Ghani believes Indian military assistance can play a role in tipping the balance—and the government in New Delhi’s shown willingness to respond, training large numbers of officers and providing second-hand helicopter gunships and light transport helicopters. New Delhi is also considering handing over decommissioned 105mm mountain artillery, bridge-laying equipment and trucks.
Put another way, Ghani wants to keep doing what Afghanistan has been doing this past decade—just with a little more bang in its arsenal.
Even a doubling or tripling of Indian aid, however, won’t fix the Afghan army’s problems. Its 350,000 soldiers—who include some 150,000 ill-trained police—just aren’t enough to secure a decisive victory over the Taliban. India, for example, needed 325,000 troops—not counting paramilitary forces and central police—to subdue terrorism in 100,000 square km of Jammu and Kashmir. Afghanistan has fewer numbers for its 662,225 square km, much of which isn’t connected by road.
Put simply, there’s just no way a defensive war against Taliban insurgents can succeed: that end needs more troops than can conceivably become available, and more resources than anyone is willing to commit.
President Ghani and Prime Minister Modi know the big problem here is Pakistan. For years now, Afghan leaders have been demanding Pakistan crack down on the Taliban, who operate with impunity from its cities. The much-vaunted Afghanistan-India-United States diplomatic axis is among a number of efforts meant to push Pakistan in that direction.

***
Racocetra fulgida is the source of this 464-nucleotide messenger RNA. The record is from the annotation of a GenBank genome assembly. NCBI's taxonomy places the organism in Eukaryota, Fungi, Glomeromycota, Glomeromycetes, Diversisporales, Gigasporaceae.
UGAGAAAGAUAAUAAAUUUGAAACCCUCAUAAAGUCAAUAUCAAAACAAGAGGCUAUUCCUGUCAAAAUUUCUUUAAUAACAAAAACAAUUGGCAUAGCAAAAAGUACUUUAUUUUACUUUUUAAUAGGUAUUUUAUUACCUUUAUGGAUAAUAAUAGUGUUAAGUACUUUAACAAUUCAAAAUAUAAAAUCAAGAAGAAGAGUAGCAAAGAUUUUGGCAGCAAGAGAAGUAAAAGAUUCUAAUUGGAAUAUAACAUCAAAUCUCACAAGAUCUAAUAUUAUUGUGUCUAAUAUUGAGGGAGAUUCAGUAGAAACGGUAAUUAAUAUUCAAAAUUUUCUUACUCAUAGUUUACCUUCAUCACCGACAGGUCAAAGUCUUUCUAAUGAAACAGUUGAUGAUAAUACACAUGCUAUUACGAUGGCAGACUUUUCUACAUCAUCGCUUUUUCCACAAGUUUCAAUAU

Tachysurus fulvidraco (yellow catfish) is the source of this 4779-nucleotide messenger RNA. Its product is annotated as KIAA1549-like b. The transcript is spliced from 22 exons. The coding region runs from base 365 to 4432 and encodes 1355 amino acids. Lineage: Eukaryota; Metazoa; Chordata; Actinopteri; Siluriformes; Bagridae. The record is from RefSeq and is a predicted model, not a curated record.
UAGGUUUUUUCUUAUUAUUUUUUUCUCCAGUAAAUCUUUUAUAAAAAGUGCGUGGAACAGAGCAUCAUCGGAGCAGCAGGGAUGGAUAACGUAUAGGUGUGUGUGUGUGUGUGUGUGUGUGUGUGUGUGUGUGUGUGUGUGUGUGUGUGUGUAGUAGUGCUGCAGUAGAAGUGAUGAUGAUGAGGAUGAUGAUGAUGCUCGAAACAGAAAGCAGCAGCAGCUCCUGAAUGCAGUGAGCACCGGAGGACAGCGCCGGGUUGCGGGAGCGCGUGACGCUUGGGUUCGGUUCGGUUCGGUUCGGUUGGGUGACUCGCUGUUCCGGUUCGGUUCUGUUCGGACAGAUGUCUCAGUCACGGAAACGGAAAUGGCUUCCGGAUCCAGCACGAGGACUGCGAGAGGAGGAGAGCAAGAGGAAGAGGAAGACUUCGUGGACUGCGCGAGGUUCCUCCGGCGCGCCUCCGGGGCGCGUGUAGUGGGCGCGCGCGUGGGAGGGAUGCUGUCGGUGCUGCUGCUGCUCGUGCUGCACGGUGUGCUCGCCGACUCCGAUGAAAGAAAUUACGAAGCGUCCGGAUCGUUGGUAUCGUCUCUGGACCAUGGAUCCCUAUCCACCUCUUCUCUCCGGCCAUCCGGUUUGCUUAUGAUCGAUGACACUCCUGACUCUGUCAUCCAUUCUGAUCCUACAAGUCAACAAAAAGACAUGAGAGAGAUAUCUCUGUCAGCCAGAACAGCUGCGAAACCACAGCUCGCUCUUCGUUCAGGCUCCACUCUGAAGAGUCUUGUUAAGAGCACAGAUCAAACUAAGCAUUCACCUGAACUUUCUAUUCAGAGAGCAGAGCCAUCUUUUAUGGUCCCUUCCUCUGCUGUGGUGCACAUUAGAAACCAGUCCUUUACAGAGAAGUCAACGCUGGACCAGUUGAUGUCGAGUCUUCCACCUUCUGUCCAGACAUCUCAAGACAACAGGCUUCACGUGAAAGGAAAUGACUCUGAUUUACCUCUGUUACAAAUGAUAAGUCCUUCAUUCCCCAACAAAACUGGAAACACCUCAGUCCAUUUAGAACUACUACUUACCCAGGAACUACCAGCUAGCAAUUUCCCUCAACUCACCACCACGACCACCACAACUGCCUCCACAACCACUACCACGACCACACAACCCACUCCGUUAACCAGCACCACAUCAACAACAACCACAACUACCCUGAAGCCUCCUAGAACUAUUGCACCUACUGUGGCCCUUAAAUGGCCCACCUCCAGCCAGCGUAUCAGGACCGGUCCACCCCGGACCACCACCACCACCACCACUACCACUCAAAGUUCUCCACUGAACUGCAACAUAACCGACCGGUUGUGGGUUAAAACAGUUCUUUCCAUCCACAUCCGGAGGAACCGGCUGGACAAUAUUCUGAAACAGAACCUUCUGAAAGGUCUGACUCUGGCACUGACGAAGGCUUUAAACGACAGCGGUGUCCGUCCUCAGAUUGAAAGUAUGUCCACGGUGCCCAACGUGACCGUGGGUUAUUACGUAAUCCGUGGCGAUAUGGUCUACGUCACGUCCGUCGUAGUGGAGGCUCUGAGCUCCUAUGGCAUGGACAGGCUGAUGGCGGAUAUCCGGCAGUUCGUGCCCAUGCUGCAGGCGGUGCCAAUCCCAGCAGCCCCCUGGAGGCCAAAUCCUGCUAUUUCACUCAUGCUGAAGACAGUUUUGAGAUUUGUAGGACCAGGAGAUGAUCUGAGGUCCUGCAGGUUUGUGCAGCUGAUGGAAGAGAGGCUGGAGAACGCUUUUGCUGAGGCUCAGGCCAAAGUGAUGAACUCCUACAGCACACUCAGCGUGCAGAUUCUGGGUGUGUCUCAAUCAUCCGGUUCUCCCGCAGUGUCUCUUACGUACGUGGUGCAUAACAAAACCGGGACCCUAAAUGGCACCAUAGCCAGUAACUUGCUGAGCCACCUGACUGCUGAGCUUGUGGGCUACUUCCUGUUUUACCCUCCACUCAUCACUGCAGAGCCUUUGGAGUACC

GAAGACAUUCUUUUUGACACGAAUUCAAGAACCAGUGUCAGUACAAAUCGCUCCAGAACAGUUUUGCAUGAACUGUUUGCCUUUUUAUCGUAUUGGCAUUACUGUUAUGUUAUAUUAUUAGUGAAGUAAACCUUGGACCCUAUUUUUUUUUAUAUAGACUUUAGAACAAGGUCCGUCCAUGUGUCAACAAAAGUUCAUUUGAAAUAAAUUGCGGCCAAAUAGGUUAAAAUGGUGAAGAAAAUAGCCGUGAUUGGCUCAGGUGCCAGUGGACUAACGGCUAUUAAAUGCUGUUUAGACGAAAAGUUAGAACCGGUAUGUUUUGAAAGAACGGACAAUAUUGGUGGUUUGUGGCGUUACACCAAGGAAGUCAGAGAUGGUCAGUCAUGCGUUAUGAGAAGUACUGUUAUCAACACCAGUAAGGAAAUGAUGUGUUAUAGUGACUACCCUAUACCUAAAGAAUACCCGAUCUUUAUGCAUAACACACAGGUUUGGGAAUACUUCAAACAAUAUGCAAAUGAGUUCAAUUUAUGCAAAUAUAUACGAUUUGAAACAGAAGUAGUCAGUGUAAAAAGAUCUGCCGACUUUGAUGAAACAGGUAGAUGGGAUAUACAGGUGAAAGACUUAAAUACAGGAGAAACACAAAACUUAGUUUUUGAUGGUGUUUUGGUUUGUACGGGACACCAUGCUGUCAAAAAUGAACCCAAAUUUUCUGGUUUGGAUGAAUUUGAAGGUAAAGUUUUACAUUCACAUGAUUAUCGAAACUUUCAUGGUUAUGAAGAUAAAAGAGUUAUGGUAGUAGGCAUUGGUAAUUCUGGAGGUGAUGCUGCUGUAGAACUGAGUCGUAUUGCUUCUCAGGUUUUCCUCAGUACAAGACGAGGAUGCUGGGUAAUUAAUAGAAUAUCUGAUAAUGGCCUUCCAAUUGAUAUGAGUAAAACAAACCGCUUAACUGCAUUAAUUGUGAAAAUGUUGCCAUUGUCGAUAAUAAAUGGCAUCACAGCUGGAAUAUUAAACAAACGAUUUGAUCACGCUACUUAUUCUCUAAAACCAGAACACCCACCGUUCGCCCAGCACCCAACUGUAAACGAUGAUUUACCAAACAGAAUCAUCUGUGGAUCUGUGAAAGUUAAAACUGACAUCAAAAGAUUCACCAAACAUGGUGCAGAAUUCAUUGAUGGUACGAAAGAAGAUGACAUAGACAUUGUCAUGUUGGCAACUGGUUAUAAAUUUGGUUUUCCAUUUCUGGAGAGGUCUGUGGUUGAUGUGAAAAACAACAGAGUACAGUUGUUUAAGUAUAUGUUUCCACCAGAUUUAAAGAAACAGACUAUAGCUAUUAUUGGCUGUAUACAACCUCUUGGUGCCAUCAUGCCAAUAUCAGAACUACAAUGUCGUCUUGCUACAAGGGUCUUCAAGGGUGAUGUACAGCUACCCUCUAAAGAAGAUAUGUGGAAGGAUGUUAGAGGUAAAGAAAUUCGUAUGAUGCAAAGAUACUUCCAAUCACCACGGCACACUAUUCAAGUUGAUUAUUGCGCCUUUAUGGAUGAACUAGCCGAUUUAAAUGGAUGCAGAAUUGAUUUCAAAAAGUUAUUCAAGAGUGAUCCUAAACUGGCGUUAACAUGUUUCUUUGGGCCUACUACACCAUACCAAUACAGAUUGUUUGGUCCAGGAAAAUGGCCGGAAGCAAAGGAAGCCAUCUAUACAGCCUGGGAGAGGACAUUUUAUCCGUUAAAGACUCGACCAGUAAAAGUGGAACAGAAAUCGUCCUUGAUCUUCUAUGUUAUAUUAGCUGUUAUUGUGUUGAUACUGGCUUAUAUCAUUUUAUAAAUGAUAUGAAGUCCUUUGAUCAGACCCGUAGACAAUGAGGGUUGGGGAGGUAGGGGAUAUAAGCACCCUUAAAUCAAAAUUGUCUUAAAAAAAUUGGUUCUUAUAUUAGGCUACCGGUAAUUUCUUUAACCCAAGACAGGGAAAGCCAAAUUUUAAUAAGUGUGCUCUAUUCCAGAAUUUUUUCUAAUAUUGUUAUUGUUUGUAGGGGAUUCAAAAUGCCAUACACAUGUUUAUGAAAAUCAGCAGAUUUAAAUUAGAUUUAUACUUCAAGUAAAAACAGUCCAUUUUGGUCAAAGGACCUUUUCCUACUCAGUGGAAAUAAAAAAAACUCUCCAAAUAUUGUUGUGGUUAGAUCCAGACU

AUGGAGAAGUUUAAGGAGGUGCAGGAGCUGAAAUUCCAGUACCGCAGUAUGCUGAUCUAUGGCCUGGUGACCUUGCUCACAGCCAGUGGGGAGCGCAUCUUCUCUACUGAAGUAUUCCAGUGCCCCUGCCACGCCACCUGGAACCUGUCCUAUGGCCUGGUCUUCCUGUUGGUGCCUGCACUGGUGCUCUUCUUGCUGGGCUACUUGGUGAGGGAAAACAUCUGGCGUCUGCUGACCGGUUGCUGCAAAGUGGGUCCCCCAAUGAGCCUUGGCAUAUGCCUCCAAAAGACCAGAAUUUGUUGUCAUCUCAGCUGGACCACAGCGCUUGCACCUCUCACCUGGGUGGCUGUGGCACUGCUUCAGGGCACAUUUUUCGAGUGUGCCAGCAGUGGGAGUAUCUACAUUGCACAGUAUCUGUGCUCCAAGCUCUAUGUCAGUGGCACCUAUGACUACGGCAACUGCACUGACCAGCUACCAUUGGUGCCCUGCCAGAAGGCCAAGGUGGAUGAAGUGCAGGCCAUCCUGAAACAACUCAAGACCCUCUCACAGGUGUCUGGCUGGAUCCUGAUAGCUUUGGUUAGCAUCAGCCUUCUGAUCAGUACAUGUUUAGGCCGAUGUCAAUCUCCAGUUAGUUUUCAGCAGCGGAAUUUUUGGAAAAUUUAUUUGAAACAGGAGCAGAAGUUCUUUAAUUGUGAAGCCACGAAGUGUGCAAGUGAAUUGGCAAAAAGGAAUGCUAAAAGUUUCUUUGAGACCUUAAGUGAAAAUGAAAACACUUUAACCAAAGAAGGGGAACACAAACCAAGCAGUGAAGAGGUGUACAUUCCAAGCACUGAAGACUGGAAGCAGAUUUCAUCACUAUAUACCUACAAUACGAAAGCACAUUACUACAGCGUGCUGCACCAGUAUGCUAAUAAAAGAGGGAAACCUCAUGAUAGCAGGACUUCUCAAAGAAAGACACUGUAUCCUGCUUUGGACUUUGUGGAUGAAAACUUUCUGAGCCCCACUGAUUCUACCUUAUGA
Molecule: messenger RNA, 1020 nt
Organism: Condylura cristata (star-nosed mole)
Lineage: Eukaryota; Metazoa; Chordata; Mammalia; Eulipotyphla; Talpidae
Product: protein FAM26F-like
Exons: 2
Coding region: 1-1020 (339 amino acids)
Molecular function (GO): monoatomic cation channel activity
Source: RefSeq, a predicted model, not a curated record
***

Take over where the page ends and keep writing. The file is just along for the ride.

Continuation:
There’s good reason to suspect, though, that this high-diplomatic manoeuvring will amount to nothing. Islamabad has refused to act against the Taliban because it is in its best interests not to do so. Pakistan’s military sees the Taliban as allies who protect the country from its affiliates and partners, notably al-Qaeda, and some factions of the Tehreek-e-Taliban.
United States of America diplomats have become increasingly frustrated with Pakistan’s conduct—but there’s no stomach in Washington for actions that would punish the Pakistani state for its complicity with terror. No one wants to risk weakening a state with nuclear weapons: hideous as the status-quo is, western leaders see it as preferable to all the other options.
Lawrence Freedman, the great scholar of war, defined strategy as “being about maintaining a balance between ends, ways and means; about identifying objectives; and about the resources and methods available for meeting such objectives”.
President Ghani and Prime Minister Modi know the end they seek: a Pakistan that cannot continue to sponsor transnational terrorism. They both, however, lack ways and means; the West’s unwillingness to coerce Pakistan is matched by India’s own concerns about seeking to do so, for fear of sparking off a war that might end up costing more than it would secure. Afghanistan, for its part, simply has no weapons in its arsenal to decisively influence Pakistani behaviour.
The long war that began on 9/11, it appears likely, is certain to remain mired in stalemate for many years to come—only this stalemate is not still, its relentless march fuelled each day by human blood.